Pattern on pattern is a fast-growing trend in the fashion world, and we’ve certainly seen the look interpreted in home textiles like mix-and-match throw pillows, bedding and layered rugs. But tell us, have you ever considered mixing patterns on your walls or ceilings? Surely it’s not possible, right?
Image Credit: The Style Files
… install beadboard on everything!
Contrary to what you might think, wood paneling provides depth in a space, making it feel larger when installed properly. In the home above, the vertical lines make the ceiling appear a bit higher, and the contrasting horizontal lines on the floor and ceiling provide balance while “widening” the room.
When painted or whitewashed in a light shade, the beadboard’s texture creates a calm and serene space for any home. I can’t get enough of this look — what do you think?
[Image via Poppytalk]
… ditch the picture frames?
For photography and art lovers alike, choosing a visual display for your walls can sometimes cause a serious case of decorating anxiety. Surely I’m not the only one, right?
Instead, why not opt for a subtle display by “framing” your art with Japanese masking (washi) tape or painter’s tape? The look is relaxed, informal and flexible, so you’ll suffer from art remorse no longer and can switch out your photos seasonally (or weekly if you’re anything like me!).
Bonus? You’ll save hundreds on picture frames alone. Happy hanging!
I've been thinking quite a lot about how I'll display my hundreds of prints, posters and artful pieces when I move into my new home. I know it's unhealthy to house such an artsy obsession (and certainly not storage-friendly!), but I flock to a pretty picture like bees to honey. Or something like that.
Anyway, I've got a few options for art displays. Care to join in on the decision-making process?:
What do you think? Any display inspiration I've missed, and how do you display artwork in your own home? Spill in the comments below!
All photos via Pinterest.
I've shared before my love for a good gallery wall. Below is one we installed in our home earlier last year. I like that you can easily change out the pictures to go with the seasons or with what is relevant in your life. And I like the eclectic look of mixed frames on the wall.
I've also shared how much I adore this simple installation above the fireplace. The grid keeps everything from looking too chaotic; creating a large focal point over the mantle.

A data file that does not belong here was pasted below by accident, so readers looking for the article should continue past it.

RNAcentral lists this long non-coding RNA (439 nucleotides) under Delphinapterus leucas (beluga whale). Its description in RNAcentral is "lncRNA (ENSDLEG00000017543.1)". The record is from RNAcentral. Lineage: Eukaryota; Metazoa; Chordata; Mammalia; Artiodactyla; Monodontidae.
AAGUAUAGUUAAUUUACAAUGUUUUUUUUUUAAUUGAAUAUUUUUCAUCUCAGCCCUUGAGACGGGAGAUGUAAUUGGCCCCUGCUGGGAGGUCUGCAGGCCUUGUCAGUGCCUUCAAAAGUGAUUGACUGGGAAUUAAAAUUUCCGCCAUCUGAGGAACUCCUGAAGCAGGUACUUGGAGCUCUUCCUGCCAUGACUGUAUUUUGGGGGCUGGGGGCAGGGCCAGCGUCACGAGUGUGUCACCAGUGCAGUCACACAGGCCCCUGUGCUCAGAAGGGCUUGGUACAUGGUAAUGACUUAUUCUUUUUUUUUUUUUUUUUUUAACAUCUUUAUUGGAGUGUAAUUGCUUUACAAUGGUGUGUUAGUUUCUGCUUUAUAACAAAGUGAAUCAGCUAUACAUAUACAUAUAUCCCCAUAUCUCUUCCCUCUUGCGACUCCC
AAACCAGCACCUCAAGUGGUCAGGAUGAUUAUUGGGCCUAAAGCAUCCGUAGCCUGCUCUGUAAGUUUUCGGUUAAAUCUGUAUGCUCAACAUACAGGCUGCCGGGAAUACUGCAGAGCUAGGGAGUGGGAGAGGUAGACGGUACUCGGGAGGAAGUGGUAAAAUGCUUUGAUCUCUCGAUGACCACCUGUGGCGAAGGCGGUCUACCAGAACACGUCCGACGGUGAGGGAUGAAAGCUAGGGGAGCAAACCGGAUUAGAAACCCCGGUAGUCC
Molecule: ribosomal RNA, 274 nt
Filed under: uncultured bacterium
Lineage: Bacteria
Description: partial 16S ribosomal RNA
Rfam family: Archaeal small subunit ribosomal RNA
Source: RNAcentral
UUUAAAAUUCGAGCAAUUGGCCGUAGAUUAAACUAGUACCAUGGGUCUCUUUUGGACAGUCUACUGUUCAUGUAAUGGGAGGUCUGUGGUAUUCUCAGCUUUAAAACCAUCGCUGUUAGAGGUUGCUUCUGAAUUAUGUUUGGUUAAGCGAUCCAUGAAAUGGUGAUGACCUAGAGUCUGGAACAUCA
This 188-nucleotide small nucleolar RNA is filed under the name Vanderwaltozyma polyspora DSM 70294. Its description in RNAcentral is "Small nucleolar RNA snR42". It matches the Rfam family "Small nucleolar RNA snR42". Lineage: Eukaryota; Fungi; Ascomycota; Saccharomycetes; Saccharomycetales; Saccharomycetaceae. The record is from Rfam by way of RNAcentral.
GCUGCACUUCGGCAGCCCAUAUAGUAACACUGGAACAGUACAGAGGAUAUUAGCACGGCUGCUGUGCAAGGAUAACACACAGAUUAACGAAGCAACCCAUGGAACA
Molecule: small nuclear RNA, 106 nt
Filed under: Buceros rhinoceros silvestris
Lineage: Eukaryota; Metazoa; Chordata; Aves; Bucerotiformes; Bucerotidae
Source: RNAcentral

So it is only natural, that I want to share this installation with you all because it inspires me every time I see it. This is a small reading area directly across from the galley kitchen in my in-law's home in Pittsburgh. For all other intents and purposes, my mother in law can be considered a minimalist. While she has some pieces that she displays, there certainly is not an ounce of clutter in her home. Which is why it is always so pleasantly surprising to happen across this room in the kitchen.
The display of pictures is vast and yet never overwhelming. Instead, with the cozy couch and fireplace it becomes a wonderful place to sit and congregate while meals are being prepared. The walls of photographs are a family history lesson with snapshots from vacations and posed pictures from weddings. I remember the very first time I "made it" onto the wall…I knew long before I was ever engaged to my husband that I was part of the family because up on the wall was my smiling mug releasing a hawk in Scotland while on a family vacation.
Each photo is displayed in an acrylic frame with a cardboard insert. Upon removal of the cardboard insert, each photo has the relevant information…the who, what and where, of the photo. Yup…that's me taking a dive out of a plane three years ago!
Perhaps the thing I appreciate the most about these walls is that no matter how many times I have visited and no matter how long I have stayed, I still find new things to look at every time I sit there. It is a conversation starter for those people who have graced the wall themselves for years just as much as it is a conversation starter for anyone who is new to visiting. And isn't that what home design is all about? Creating comfortable spaces that encourage conversation and instill a feeling of warmth?
Have you ever seen something like this in a home you've visited?
(photos: 1, 3-6: Miriam Z. Bradford; 2: James Merrell)